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wreckdive 03-19-2011 11:33 AM

Question about TSB's
While looking over the list of TSB's on, I wondered how many of the known issues covered in these TSB's get fixed on the assembly line, before the vehicle is released to the dealer?

Many of the TSB's include a similar reference: "All applicable VIN's, sold or unsold, have been loaded. To verify that this service action is applicable to the vehicle, use VIP or use a VIN search in TechConnect.". . . The TSB's usually refer to a "Built Before Date". Can we take that to mean that any/all vehicles build after this date have been "corrected" before leaving Detroit?

Putting it a different way, does anyone know if any / some / most of the firmware "flash" ECU/PCM/TCM patches, or hardware swaps/fixes, are being applied on the line during assembly, or does Jeep wait until a complaint is made before correcting a qualified vehicle? It would seem to be most efficient to correct everything possible at the factory before shipping. But what would I know, I'm just a college professor! :)

On a related note, is there any way for an owner to access Chrysler/Jeep TechConnect to see what TSB's mat be "open" on their VIN, as in the way we can track our builds on this Forum? has repeatedly proven to have more up-to-date and accurate info than my dealer! Just a thought.

mofeen 03-19-2011 11:53 AM

Re: Question about TSB's
Or does Jeep notify owners of possible TSB's for their vehicles?

Technosavant 03-19-2011 12:13 PM

Re: Question about TSB's
Note that TSBs are NOT recalls. They also are NOT RRTs (the rapid response items that get covered as your vehicle comes through the service bay). They are simply items which say "hey, we've noted that this can be common, here's how to fix it."

They are usually incorporated as running changes in production. They may be done to vehicles that have been produced but not delivered. However, unless you are experiencing the problem, you will be hard pressed to have your dealer apply a TSB to your vehicle; there's no reason to do so if there's no problem.

If you have a problem that is covered by a TSB, then go ahead and have it dealt with. If a TSB covers something you haven't noticed but your vehicle is technically one that could be affected, ignore it.

Example: I haven't had the HVAC control TSB applied, because mine doesn't suffer from the problem. I did have the PCM TSB applied, because I did notice an issue.

There's no need to sit around worrying if the TSB has been performed to your vehicle. If you have an issue, check for an applicable TSB. If not, don't worry about it. If you just check for potentially applying TSBs without experiencing issues, you're wasting your time, your dealer's time, and you're going to start inventing issues to run down. Relax. If you did this with your doctor (looking up WebMD for every little thing), you'd be considered a hypochondriac.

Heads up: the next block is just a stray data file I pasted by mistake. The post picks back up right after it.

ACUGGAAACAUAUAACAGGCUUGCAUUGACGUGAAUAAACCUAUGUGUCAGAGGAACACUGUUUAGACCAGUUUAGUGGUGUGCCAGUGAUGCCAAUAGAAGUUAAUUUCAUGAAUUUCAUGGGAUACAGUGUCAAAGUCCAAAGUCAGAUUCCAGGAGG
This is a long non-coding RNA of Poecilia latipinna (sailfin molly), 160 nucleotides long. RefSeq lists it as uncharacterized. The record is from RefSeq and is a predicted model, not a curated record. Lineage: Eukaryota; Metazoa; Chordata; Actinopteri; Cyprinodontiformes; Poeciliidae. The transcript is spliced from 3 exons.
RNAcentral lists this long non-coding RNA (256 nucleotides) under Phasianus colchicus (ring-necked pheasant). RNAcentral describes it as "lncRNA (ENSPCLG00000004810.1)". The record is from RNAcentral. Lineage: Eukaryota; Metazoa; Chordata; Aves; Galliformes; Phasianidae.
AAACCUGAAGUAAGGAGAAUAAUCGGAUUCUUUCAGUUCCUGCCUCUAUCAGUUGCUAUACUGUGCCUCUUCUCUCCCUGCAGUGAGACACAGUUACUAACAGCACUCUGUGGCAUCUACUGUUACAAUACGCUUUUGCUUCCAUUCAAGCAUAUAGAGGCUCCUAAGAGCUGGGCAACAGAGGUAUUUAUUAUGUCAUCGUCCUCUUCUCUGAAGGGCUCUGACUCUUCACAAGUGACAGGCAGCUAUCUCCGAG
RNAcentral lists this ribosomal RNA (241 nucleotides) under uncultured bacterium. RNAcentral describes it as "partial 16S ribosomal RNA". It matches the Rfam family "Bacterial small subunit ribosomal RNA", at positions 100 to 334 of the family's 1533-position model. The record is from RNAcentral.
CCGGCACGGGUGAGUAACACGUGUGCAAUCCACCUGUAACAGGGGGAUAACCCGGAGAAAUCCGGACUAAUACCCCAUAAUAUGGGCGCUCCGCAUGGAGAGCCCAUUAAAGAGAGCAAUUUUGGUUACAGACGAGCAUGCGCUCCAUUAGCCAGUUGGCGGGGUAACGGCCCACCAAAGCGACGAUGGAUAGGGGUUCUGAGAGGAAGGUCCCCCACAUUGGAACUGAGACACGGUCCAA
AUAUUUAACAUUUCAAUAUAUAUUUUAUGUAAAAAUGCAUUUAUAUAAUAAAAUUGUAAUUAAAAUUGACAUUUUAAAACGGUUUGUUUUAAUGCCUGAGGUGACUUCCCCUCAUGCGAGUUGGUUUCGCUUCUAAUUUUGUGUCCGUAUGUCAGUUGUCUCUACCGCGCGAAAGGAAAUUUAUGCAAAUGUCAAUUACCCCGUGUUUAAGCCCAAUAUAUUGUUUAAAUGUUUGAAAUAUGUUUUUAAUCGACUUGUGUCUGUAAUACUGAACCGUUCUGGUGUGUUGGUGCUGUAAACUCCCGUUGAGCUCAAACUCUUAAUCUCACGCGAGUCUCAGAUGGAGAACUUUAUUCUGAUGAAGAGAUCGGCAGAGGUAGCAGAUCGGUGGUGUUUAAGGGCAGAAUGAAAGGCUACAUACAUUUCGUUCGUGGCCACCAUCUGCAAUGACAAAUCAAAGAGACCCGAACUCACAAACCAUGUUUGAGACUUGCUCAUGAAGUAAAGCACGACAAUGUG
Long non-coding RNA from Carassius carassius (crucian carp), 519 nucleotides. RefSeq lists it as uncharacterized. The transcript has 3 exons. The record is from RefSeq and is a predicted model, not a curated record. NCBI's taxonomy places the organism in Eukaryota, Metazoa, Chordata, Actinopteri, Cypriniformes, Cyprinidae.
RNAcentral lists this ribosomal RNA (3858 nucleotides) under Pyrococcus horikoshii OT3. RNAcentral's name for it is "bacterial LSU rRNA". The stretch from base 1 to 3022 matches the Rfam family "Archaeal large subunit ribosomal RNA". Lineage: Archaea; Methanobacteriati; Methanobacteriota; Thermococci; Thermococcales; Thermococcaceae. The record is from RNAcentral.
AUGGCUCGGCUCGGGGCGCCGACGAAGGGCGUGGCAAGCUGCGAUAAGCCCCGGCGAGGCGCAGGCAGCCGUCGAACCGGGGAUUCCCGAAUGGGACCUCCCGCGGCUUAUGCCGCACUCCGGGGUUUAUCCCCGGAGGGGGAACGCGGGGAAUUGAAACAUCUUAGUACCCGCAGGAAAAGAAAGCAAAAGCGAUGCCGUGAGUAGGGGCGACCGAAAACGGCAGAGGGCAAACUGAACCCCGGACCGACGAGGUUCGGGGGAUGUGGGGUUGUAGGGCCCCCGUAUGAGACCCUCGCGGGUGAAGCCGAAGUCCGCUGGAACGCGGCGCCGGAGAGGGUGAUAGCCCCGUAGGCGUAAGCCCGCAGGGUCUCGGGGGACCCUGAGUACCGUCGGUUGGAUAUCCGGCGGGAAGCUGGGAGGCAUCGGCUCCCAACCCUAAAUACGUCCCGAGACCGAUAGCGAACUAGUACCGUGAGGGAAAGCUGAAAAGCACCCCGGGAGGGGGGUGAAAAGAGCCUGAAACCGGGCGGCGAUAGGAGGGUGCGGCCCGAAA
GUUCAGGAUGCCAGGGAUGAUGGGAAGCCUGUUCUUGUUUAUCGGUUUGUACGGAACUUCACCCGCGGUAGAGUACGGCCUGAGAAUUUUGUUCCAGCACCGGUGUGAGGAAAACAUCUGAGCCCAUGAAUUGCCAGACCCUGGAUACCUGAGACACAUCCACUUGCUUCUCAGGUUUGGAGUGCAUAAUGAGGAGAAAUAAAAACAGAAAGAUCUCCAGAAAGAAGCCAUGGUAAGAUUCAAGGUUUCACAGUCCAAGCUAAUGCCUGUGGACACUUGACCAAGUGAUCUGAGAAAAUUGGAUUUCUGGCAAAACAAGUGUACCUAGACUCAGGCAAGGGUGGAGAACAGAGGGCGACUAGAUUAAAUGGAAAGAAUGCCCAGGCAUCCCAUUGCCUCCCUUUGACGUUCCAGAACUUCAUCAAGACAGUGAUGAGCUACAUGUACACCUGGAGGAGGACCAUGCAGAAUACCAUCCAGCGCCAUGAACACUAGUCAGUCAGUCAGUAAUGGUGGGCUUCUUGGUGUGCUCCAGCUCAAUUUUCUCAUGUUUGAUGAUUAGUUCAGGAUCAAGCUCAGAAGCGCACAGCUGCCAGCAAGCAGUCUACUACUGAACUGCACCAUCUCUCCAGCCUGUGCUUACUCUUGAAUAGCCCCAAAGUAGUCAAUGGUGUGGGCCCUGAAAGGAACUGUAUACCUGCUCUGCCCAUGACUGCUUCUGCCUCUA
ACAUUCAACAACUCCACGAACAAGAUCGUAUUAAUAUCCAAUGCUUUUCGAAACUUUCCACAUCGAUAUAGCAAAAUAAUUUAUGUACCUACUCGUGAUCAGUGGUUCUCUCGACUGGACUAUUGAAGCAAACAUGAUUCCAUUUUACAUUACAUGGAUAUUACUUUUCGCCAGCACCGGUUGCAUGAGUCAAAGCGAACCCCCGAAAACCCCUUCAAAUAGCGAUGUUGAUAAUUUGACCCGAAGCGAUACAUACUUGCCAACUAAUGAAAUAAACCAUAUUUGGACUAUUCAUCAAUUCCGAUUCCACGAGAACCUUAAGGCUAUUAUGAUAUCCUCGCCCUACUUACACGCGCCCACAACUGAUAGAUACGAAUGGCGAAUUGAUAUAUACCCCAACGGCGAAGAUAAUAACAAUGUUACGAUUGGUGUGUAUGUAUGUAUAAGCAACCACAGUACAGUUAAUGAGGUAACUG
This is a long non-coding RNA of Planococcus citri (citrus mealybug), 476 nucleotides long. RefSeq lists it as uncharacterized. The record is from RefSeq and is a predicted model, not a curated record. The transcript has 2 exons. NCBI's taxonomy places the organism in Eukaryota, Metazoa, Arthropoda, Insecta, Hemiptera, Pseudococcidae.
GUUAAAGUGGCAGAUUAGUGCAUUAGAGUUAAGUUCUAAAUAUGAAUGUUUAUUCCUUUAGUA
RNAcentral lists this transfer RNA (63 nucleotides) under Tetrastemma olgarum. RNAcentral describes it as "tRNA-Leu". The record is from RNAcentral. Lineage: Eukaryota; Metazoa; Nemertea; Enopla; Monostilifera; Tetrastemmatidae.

If there's no problem, there's no problem.

wreckdive 03-19-2011 01:08 PM

Re: Question about TSB's
^ Thanks, Techno, acknowledged.
My question has more to do with the concept of Total Quality Management as an ongoing endeavor. Chrysler touts its "Six-Sigma" approach as both a process and form driver in the design of new vehicles, notably the WK2. I'm just trying to learn if there is any formal policy in place for correcting known issues proactively for greatest efficiency and profitability. Allowing known or correctable problems to seep into the dealerships, then into the garages of new owners is neither efficient nor conducive to the highest-possible consumer experience.
Just being curious.

Technosavant 03-19-2011 05:10 PM

Re: Question about TSB's
In which case your answer is that such fixes are applied as a running change in production. A running change is where a different part is used, updated software applied, etc., all as the thing is built. They aren't still building them 100% identically to how they were when they started production; the various TSBs are fixed at the production level.

In other words, the vehicles rolling off the line now have the updated software for the ESC (for example), they aren't waiting until it's built or at the dealer to be applied. If something is built but not yet sold when a TSB comes down, the vehicle will likely not yet have the fix applied, and they'll wait for the problem to manifest itself.

wreckdive 03-19-2011 06:33 PM

Re: Question about TSB's
^ TS, thanks! That's what makes most sense.

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